Satelite images have this week confirmed that the source of the Amazon is high in the mountains of Peru, in the region of Colca Canyon and the colonial city of Arequipa.
In 1971, National Geographic explorer and photographer Loren McIntyre identified the source of the Amazon as a stream on Mt. Mismi, located a two day detour from Colca Canyon, Southern Peru
Polish explorer Jacek Palkiewicz with a team fro Lima University followed thisup with an expedition which identified the source as a gulley in the Apacheta gulley on the snow-capped Mt. Quehisha. And so the debate continued with National Geographic sending yet another team to Mt Mismi in 2000. Palkiweicz now has the fnal word though with confirmation he was looking for, in the form of satellite images from the Kompsat-2, the Korean Multiple Purpose Satellite.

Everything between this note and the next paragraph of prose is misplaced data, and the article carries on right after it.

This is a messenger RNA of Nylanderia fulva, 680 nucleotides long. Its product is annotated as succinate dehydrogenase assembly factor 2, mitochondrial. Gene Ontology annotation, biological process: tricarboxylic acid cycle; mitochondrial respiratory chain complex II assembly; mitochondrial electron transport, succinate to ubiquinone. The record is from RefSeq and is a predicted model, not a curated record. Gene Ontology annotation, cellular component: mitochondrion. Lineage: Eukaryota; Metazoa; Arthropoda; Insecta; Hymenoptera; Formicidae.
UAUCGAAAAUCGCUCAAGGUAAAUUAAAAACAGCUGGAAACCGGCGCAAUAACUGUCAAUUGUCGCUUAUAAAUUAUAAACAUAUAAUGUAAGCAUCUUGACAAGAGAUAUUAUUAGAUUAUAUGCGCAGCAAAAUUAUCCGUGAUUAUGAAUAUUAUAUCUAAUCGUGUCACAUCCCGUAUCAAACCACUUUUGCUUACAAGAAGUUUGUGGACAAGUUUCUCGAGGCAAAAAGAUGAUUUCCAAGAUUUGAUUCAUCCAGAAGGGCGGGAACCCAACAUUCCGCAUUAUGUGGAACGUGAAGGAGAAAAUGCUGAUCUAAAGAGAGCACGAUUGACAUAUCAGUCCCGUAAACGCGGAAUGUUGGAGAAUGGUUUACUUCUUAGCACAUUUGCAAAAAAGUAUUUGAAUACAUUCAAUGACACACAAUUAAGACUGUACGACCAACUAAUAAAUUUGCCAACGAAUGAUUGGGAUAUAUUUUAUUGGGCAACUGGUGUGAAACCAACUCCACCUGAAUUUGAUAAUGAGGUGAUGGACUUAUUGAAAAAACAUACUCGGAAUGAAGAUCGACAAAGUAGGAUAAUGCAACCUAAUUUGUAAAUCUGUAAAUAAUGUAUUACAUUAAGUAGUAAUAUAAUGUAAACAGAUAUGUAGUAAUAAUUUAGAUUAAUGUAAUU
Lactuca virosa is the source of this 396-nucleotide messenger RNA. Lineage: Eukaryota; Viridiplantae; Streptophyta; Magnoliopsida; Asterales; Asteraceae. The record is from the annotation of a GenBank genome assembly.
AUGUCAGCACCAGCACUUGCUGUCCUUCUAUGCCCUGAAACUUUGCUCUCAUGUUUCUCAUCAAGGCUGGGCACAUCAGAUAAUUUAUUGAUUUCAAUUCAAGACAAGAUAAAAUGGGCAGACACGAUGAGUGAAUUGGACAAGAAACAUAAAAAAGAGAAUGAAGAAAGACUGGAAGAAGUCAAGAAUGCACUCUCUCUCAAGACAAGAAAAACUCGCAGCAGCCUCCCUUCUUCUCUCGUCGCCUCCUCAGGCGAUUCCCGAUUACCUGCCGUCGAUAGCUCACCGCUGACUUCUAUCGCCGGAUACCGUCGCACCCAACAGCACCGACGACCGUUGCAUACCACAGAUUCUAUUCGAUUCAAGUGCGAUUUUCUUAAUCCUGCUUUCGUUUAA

Not only do these confirm the source of the Amazon, but also put into question which river is now the longest in the world. With Apacheta as its source, the Amazon River in now a massive 7,040 kilometers (4374 miles) long; longer than the Nile.
The source of the Amazon is located amongst snow capped volcanoes and Andean peaks, in the region of the breathtaking Colca Canyon. Spend a day wandering Arequipa, the colonial white city; then travel down to the Amazon jungle itself, with a stop off in Machu Picchu on the way. A remarkable journey. See Into Latin America’s Southern Circuit Tour